If any band captured the zeitgeist of the early 21st century, it is Gorillaz, who succinctly encapsulated their outlook in the chorus of their debut single, Clint Eastwood: “The future is coming on.” The groundbreaking, award-winning “virtual band” has been helmed since 1998 by Damon Albarn, who had been itching to experiment outside of Blur, the group that had brought him fame in the Britpop era. The problem of where to put Albarn’s potentially centreless and mismatched alternative songbook found a fine solution in working with another icon of British culture, Jamie Hewlett, who had shaken up the comics world with his provocative Tank Girl series (later adapted into a film), and with artwork for Blur contemporaries such as The Senseless Things and Cud, before sharing a flat with Albarn. Together, the pair shaped the sound and vision of Gorillaz’s debut album.
Listen to Gorillaz’s debut album here.
Backstories and collaborations
To bind Gorillaz together, Albarn and Hewlett created a multicultural line-up, the members of which (Albarn’s stand-in, 2D; bassist Murdoc Niccals; guitarist/keyboardist Noodle; drummer Russel Hobbs) had full backstories and are still turning out Spotify playlists and audio-visual projects today. And why not, in this digital world? Hewlett’s distinctive artwork graced Gorillaz’s single and album covers, promo videos and other tie-ins, while the band’s name appeared to be a nod to that most famous of manufactured groups, The Monkees (Hewlett had notably provided artwork for Rampage’s 1995 drum’n’bass cover of The Monkees’ theme tune).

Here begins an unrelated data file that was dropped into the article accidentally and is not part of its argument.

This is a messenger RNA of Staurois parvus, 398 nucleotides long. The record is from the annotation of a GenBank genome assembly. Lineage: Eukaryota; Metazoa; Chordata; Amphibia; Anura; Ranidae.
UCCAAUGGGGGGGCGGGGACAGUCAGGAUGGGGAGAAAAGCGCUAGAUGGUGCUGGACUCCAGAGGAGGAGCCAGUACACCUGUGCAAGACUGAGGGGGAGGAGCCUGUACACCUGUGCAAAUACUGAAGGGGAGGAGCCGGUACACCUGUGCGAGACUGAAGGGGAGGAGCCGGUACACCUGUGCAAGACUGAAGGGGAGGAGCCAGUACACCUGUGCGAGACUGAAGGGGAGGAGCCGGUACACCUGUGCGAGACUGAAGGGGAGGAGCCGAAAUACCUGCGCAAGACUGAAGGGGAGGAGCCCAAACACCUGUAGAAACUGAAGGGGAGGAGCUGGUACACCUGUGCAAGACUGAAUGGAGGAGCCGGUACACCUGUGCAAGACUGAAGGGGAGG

Released on 26 March 2001, Gorillaz’s debut album kicked this grand concept off, with extensive credits from prolific US hip-hop producer Dan The Automator. Its opening track, the sweet and funky Re-Hash, features deep bass drops along with vocals from Miho Hatori, from the genre-bending Japanese-American group Cibo Matto. This pairing started a collaborative tradition which would eventually include a kaleidoscopic array of luminaries as multicultural as Albarn and co’s virtual counterparts.
The grittier 5/4, by contrast, could almost be a Blur track, while both the brief Punk and the album-closing update on The Modern Lovers’ Roadrunner, M1 A1, also share DNA with the immediacy and lo-fi crunch of Blur’s Song 2 (the album’s rear sleeve features Hewlett’s graffiti proclaiming the record to be a “LOFi THRILLeR”).